minus the apple and banana

So for interest I dropped out the apple and banana and the ranking improved in terms of vitamins and minerals, though it didn’t change the protein score.   The insulin load ranking improved marginally from 228 to 206.  

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Overall, this may not be a bad option for breakfast if you’re not diabetic and get some additional protein later in the day.  Living on Rhonda’s smoothe may also not be optimal if you’re looking to maintain / build lean muscle.

and now for something completely different… zero carb Gregg

After releasing the ketogenic fibre article in October 2015 I got into an interesting discussion with Gregg about zero carb and ended up running the numbers on his typical daily diet which largely consists of meat, butter and cream.

As shown below, the protein score of Gregg’s daily diet is solid, though the vitamin and mineral scores are not so great (214 of 235).   The insulin load of Gregg’s typical daily diet is pretty good coming in at #50. 

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[note: Just for interest Bulletproof Coffee comes in at #1 on the insulin load ranking but last in terms of vitamins and minerals and second last on the protein.]

Many people find that they do really well with a zero carb approach, particularly if they have major digestive issues.  People who are fans of zero carb often speak highly of Fibre Menace by Kanstantin Monastrysky.  It seems that people with major digestive issues can get relief from their inability to digest FODMAPS using a zero carb approach.  

Overall I’m a fan of fibre and wonder if people might benefit from the slow reintroduction of some fibre for the sake of their gut microbiome and promoting well rounded nutrition once their gut has settled.  

It’s also it’s interesting protein makes up only 22% of Gregg’s zero carb diet because of the solid amount of fat from the beef and the added fat from the butter and cream.  This sort of approach might work well for people who are insulin resistant.  

can you get enough vitamins and minerals from a zero carb diet?

Lots of people who use a zero carb approach say that they can get all the vitamins and minerals they could even need from animal products, so I threw in some sardines and liver to see how high we could get the vitamins and minerals score without any green stuff.  

As you can see below, the protein score improves with the fish and liver (I’m not vouching for the palatability though).  This meal now ranks at #1 for protein score with a massive score of 159 on the amino acid score!  The vitamins and minerals take a significant jump to #142 of 235 with the addition of the sardines and liver.

So it seems that there are some benefits of a zero carb dietary approach, but perhaps some limitations when it comes to the vitamin and mineral side of the equation.  

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joining forces

But then I thought, “what if Rhonda made Gregg breakfast and Gregg made dinner for Rhonda?”

As you can see from the analysis below, combining the green smoothie (without the fruit) with the zero carb approach (with sardines and liver) went really well in both the vitamins and minerals ranking (#20) and amino acid score (#41).  Not a bad balance overall!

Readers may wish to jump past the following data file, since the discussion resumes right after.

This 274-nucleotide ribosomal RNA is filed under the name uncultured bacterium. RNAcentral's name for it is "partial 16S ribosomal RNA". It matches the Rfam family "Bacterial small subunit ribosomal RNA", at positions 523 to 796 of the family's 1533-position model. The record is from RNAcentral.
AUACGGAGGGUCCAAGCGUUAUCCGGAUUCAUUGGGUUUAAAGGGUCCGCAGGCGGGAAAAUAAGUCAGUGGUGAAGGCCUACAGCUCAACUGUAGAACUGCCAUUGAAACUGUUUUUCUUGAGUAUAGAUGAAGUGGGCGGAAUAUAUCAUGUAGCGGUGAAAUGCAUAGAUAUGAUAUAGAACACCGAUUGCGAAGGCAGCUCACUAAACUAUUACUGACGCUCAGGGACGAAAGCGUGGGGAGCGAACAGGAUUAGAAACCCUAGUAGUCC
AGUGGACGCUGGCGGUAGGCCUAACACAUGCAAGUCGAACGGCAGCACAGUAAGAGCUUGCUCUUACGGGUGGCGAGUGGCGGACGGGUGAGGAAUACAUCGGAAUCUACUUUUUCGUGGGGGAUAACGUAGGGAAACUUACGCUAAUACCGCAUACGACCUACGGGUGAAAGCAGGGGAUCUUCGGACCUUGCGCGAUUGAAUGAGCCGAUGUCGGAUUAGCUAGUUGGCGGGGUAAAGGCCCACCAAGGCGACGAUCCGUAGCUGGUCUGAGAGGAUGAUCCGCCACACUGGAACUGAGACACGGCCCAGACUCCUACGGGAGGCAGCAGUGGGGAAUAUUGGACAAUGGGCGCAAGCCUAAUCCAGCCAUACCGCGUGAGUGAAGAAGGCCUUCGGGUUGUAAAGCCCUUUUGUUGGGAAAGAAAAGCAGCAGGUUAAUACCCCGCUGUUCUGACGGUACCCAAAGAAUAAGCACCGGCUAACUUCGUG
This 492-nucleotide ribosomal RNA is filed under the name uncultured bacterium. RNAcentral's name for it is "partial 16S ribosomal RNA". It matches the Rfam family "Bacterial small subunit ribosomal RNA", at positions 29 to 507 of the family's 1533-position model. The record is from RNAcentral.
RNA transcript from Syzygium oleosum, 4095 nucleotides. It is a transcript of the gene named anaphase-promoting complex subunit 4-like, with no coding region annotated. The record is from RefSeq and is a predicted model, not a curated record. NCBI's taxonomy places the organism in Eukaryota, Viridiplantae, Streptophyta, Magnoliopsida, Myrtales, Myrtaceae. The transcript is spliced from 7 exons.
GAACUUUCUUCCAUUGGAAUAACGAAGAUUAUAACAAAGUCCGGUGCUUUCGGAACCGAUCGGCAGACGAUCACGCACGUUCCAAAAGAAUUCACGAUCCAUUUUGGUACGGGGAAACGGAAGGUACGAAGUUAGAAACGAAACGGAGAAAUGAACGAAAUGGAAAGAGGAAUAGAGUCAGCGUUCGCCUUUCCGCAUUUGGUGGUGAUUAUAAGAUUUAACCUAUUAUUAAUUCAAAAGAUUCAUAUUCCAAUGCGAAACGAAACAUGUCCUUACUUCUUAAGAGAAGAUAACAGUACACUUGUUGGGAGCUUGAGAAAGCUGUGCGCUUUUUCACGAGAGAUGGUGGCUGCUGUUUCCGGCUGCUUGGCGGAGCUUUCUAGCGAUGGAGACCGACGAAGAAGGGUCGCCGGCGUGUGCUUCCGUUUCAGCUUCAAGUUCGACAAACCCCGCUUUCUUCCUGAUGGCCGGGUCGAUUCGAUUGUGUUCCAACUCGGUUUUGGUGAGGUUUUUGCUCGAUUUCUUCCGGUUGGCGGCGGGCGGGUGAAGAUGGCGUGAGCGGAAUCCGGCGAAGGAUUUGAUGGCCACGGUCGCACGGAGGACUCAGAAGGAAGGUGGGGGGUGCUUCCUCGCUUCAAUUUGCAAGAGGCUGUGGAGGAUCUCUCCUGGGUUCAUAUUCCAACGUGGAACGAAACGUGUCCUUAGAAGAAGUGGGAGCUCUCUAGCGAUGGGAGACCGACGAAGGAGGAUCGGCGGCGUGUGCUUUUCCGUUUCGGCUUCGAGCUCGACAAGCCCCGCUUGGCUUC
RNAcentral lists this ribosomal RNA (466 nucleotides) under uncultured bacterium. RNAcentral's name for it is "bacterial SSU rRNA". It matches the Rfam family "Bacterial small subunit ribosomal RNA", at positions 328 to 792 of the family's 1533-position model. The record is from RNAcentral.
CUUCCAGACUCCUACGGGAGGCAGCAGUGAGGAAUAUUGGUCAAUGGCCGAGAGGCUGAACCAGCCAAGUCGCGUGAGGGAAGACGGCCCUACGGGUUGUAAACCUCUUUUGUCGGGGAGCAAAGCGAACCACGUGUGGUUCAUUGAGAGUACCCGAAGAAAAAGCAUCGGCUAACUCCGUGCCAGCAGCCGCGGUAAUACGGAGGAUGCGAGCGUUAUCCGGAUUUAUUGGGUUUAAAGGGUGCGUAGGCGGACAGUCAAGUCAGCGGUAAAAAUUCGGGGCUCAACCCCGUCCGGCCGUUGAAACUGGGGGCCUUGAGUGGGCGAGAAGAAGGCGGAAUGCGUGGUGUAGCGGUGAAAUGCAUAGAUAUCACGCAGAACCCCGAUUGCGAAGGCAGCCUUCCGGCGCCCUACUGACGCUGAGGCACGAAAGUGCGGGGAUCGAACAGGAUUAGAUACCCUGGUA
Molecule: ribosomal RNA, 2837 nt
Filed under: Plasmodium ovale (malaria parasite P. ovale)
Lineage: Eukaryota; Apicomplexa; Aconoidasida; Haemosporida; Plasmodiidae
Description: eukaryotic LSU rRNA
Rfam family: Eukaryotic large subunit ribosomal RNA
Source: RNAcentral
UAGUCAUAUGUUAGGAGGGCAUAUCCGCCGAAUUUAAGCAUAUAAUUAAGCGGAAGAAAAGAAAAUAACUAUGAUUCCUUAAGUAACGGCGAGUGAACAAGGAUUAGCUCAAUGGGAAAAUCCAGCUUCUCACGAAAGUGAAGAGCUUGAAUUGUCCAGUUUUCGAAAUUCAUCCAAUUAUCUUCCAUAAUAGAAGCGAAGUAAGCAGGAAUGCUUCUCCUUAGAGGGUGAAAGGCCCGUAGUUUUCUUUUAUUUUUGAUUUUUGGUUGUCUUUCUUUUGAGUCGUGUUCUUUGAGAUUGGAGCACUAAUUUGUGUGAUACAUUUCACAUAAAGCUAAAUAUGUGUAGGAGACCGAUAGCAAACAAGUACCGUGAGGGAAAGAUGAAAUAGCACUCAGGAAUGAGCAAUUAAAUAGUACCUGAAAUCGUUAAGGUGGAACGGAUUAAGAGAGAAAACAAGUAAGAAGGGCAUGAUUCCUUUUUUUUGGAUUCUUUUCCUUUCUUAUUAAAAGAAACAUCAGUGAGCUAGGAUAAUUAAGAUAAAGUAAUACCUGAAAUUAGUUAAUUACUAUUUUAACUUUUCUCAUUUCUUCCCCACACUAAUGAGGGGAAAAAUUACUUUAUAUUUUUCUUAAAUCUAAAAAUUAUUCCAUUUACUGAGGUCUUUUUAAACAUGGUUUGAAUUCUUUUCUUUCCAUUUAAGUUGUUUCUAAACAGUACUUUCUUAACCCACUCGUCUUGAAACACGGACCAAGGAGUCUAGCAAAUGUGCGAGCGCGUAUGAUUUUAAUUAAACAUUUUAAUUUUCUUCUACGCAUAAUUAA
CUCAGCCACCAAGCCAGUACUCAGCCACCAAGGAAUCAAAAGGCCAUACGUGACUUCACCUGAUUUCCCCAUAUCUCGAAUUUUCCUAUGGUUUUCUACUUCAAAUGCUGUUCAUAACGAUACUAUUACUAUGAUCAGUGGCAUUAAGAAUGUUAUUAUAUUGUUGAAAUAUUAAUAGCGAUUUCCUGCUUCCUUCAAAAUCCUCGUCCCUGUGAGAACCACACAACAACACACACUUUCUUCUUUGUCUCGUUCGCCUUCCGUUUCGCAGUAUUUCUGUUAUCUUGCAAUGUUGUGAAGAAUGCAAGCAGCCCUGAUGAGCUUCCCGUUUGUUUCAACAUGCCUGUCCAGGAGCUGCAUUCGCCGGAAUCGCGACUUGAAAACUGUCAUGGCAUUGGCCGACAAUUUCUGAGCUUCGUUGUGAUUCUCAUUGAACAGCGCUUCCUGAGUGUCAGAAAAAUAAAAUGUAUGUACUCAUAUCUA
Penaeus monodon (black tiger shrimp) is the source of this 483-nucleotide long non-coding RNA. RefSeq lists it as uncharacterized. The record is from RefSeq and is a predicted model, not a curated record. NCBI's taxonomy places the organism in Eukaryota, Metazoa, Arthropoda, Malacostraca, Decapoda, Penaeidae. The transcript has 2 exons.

On the weight loss ranking this meal combination would come in at #26 of 235, on the athlete ranking it comes in at #10, on the diabetes and nutritional ketosis ranking it comes in at #23, and for therapeutic ketosis ranking it comes in at #67.  

Overall, not a bad balance of the extremes?

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what to make of all this?

Lots of people get hung up on a particular magic nutrient and spend a lot of money to supplement just one missing ingredient.  However perhaps it would be optimal (and cheaper?) to get a high quantity of a broad range of nutrients from whole food sources.

Real foods that were recently alive are going to be a better bet than relying on supplements.  

Should you eat more plant foods, more protein, or more fat?  The answer will depend on your situation, your goals and your preferences.  As always, optimal lies somewhere between the extremes.  

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enter…  Nutrient Optimiser

More recently, I have been working on a tool to help people optimise their micronutrient balance while also being tailored to their metabolic health and goals.

The Nutrient Optimiser reviews your food log diet and helps you to normalise your blood glucose and insulin levels by gradually retraining your eating habits by eliminating foods that boost your insulin level and blood glucose levels.

Once your glucose levels are normalised, the Nutrient Optimiser focuses on refining your micronutrient fingerprint to identify foods that will fill in your micronutrient deficiencies with real food.

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If you still have weight to lose, the Nutrient Optimiser will focus on the energy density of your diet until you have achieved your desired level of weight loss.  Alternatively, the Nutrient Optimiser can help you if you were looking to increase your insulin levels for bulking or identify higher energy density foods for athletes.

It’s early days for the Nutrient Optimiser, but the initial results are very promising!

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Post last updated: April 2017